Operation Vietnam Review
Operation Vietnam box art
System: DS Review Rating Legend
Dev: Coyote Console 1.0 - 1.9 = Avoid 4.0 - 4.4 = Great
Pub: Majesco 2.0 - 2.4 = Poor 4.5 - 4.9 = Must Buy
Release: Aug. 20, 2007 2.5 - 2.9 = Average 5.0 = The Best
Players: 1 3.0 - 3.4 = Fair
ESRB Rating: Teen 3.5 - 3.9 = Good
Welcome To The Jungle

by Nathan Meunier

As new war games find their way onto the DS, it's always interesting to see what new ideas are being explored, both in terms of presentation and gameplay. Operation: Vietnam falls somewhere between an arcade title and a strategic action-shooter. The combination feels slightly familiar, yet manages to bring in enough new elements to make for a satisfying action title.

Operation Vietnam screenshot

After running successful military operations for weeks on end up and down the Nung River, - note: the same name of the fictional Vietnamese river used in Francis Ford Coppola's Apocalypse Now - luck eventually runs out for your small squad of soldiers. On one such mission, a Viet Cong rocket rips into your chopper, sending the helicopter and your men careening to the ground in a ball of flame. Crash-landing in the middle of enemy territory, you awaken to find the chopper pilot dead and your men missing. Once you've rescued the rest of your squad members, it's payback time as you cut through the thick Vietnamese jungle to fight VC insurgents and liberate civilian villagers.

Aside from the Apocalypse Now reference, the developers sprinkled subtle bits of humor throughout the game. Some of the dialogue between your squad members is mildly entertaining, as they whine, crack jokes, or whip out cliché war phrases such as, "I ain't got time to bleed." Villagers tend to communicate in broken English which is occasionally humorous. The best surprise of all, however, comes at the game's first boss encounter when the VC commanders quips, "Ha Ha Ha. Soon GI all your base are belong to us." For those you who aren't hip to gamer humor, "all your base are belong to us" is an "Engrish" phrase which sparked an internet phenomenon among the gaming community around 2001. It appears, due to horrible translation, as dialogue text in the Japanese video game Zero Wing. Operation: Vietnam developer Coyote Console wins huge bonus points for finding a way to work the phrase into this game.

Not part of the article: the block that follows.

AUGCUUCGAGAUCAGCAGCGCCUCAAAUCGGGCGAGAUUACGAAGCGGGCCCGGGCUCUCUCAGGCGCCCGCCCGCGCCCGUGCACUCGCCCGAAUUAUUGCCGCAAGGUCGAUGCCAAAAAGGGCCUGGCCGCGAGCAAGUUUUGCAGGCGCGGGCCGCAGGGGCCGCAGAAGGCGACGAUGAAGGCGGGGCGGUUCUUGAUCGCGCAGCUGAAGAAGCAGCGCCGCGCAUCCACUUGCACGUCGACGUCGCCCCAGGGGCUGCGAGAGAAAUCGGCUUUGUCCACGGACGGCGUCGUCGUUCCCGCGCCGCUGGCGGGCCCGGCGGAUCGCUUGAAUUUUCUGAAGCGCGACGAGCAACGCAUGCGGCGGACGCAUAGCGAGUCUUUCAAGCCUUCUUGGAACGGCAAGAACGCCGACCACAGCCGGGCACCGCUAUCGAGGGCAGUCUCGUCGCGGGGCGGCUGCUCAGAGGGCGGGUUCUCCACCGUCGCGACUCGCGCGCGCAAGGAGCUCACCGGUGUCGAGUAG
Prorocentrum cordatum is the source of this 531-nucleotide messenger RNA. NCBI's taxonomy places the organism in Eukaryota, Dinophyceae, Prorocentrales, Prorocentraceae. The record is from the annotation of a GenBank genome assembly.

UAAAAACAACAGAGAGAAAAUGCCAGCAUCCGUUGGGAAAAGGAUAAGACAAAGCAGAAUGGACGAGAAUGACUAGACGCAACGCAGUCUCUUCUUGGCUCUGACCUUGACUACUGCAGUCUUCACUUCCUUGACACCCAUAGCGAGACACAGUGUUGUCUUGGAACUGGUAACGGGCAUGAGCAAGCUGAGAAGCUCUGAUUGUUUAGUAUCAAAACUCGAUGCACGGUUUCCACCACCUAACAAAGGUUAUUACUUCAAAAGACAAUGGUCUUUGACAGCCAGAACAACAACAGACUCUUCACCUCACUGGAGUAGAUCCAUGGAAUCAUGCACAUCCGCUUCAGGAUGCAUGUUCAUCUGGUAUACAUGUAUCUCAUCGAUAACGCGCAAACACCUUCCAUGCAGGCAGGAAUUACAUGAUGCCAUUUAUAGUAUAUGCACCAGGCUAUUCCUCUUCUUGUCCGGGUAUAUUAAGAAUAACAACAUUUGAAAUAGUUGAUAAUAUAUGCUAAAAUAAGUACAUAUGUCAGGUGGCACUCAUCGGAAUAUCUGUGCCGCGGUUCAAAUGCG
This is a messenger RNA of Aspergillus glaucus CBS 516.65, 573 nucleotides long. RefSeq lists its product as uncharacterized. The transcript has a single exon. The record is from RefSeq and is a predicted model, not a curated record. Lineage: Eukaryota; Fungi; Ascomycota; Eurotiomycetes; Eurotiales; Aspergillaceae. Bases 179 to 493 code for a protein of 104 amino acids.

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Operation: Vietnam is played from a birds-eye-view perspective which brings back fond memories of playing Guerrilla Wars on NES, though at a much slower tempo and with obviously better graphics. Over a 20 mission campaign, you'll control a squad of up to four soldiers through the thick jungle terrain, into villages, along riverbeds and mountains, and eventually into a cityscape where the heart of the VC forces lie. Missions range from mowing down enemy forces, rescuing POWs and villagers, and taking out VC encampments to recon and assassination ops.

Operation Vietnam screenshot

Each of your four soldiers has their own unique equipment which comes in handy at different times in the jungle. Sarge, the commander, wields a semi-auto machine gun which fires in rapid bursts. Doc, the medic, has a weak pea-shooter, but health packs are used more effectively when he's selected. Scopes' sniper rifle has an excellent range, and it can take out VC with one hit. He can also see landmines that are otherwise invisible when other team members are selected. Hopper's heavy rocket launcher is slow to reload and hard to aim against moving targets, but it deals out a lot of damage. In addition to each soldier's primary weapon, anyone in the group can utilize fragmentation grenades to trash bunkers and groups of enemies, health packs to restore health or revive unconscious teammates, and smoke grenades for calling in air strikes to take out tough units.

Operation Vietnam screenshot

Controlling individual soldiers, and the entire group, is awkward at first, but it doesn't take long to get the hang of things. At first, you're on your own, and you simply move your soldier around using the control pad. Firing your main weapon, throwing grenades, using health power-ups, and calling air strikes is all done using the four main buttons. An aiming crosshair extends out the direction you are currently standing or moving in. When an enemy is within range, the crosshair will turn red and automatically lock on until you either move in another direction or your enemy is defeated. The aiming system starts to run much more smoothly once you've had some time to test it out. Once you have a full squad at your command, you can switch your main character on the fly. Your squad mates will follow along behind you single-file and blast away at foes as they come within range. Using the touch screen, you can set each member to behave differently depending on the situation: they can stay where they are, follow you, or actively seek out and destroy the VC.

Screenshots / Images
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